Jonathan Minnes


In October 2012, supported by veteran advocacy group Equitas, Canadian Forces veterans of the Afghanistan campaign filed a class action lawsuit against the Federal Government. The case, Scott v. Canada, is named after lead Plaintiff Daniel Scott. In Scott, the Plaintiffs allege that under the recently enacted Canadian Forces Members and Veterans Re-establishment and Compensation Act, commonly known as the New Veterans Charter (NVC), many veterans receive less support than under the previous Pension Act. Further, they allege that the New Veterans Charter is a contravention of the ‘social covenant’ between Canadian citizens, the Canadian government, and past and present Canadian military members and their families.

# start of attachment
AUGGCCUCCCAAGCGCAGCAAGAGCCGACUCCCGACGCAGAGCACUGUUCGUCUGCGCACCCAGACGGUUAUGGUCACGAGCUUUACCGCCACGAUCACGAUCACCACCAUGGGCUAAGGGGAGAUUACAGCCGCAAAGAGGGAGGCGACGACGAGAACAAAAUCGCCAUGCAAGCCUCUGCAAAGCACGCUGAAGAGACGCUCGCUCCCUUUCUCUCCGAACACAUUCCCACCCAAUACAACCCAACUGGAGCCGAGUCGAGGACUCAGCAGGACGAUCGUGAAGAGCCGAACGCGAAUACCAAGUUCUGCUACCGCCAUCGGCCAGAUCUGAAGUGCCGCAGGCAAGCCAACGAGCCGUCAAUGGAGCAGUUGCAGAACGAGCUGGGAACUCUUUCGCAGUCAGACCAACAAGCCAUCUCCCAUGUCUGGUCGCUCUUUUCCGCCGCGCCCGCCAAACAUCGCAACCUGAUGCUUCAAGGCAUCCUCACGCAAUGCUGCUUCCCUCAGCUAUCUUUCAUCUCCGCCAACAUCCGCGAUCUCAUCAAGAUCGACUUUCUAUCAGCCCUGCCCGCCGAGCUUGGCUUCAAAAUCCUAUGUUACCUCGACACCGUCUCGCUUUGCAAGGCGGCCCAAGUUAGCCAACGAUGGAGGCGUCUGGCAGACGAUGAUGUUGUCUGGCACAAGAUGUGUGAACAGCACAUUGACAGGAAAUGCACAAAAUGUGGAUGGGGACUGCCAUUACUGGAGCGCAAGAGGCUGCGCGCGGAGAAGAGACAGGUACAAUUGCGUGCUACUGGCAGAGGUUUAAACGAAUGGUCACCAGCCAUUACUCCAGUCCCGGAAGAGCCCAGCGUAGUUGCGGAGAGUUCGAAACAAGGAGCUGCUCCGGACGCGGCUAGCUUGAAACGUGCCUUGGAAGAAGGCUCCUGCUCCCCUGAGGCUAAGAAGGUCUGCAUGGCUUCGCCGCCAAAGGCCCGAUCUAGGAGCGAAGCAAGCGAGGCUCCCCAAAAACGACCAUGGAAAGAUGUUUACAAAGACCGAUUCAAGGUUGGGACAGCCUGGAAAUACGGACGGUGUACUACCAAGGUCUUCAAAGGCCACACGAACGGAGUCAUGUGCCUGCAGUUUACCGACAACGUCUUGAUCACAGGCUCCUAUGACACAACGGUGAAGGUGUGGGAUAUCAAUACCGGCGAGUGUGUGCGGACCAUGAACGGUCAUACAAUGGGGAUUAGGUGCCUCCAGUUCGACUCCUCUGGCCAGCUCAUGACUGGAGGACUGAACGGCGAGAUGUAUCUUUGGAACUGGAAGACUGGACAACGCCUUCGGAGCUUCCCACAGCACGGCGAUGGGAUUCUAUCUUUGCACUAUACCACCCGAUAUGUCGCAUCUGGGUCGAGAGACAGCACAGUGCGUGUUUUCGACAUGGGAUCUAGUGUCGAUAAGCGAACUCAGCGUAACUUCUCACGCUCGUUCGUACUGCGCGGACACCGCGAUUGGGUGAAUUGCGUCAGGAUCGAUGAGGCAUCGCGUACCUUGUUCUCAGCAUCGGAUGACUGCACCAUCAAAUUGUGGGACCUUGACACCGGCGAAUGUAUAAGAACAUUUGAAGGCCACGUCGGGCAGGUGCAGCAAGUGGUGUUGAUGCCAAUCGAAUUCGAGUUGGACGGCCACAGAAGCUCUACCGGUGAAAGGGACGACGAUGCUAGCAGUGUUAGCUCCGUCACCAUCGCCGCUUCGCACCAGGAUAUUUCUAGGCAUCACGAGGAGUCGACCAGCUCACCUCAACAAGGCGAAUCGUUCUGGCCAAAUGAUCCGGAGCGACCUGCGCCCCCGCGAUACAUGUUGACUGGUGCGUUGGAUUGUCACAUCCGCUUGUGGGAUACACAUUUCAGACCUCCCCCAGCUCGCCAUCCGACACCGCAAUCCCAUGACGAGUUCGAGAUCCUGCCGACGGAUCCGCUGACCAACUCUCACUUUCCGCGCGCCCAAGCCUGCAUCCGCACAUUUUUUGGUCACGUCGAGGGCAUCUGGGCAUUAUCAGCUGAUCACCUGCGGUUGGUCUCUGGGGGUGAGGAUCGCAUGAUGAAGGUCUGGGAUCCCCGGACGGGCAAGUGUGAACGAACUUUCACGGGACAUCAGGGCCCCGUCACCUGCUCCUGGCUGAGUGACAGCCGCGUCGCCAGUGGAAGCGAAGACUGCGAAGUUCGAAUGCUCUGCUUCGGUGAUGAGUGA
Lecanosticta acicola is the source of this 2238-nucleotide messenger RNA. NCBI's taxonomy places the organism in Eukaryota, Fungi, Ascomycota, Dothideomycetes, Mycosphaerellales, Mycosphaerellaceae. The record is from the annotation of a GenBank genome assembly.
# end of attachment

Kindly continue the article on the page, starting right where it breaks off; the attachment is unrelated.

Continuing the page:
While the limited scope of this paper cannot determine if a legally binding social contract in fact exists, it will engage with the surrounding literature and suggest that there is a well-documented history of veterans enjoying a special relationship with the federal government and Canadian people in the form of legal and social entitlements. This paper will track the many reiterations of Prime Minister Robert Borden’s speech leading up to the creation of the NVC, while illuminating a historic tension between the influences of political, economic, and social policy trends and the upholding of a unique obligation towards those who have served this country militarily.

The covenant has always been contextualised by the morality of the times. But it is not just moral; it has legal aspects as well. The reason that veterans are due special treatment is intimately tied to their legal status as a member of the military with exposure to unlimited liability and regulation under the military justice system.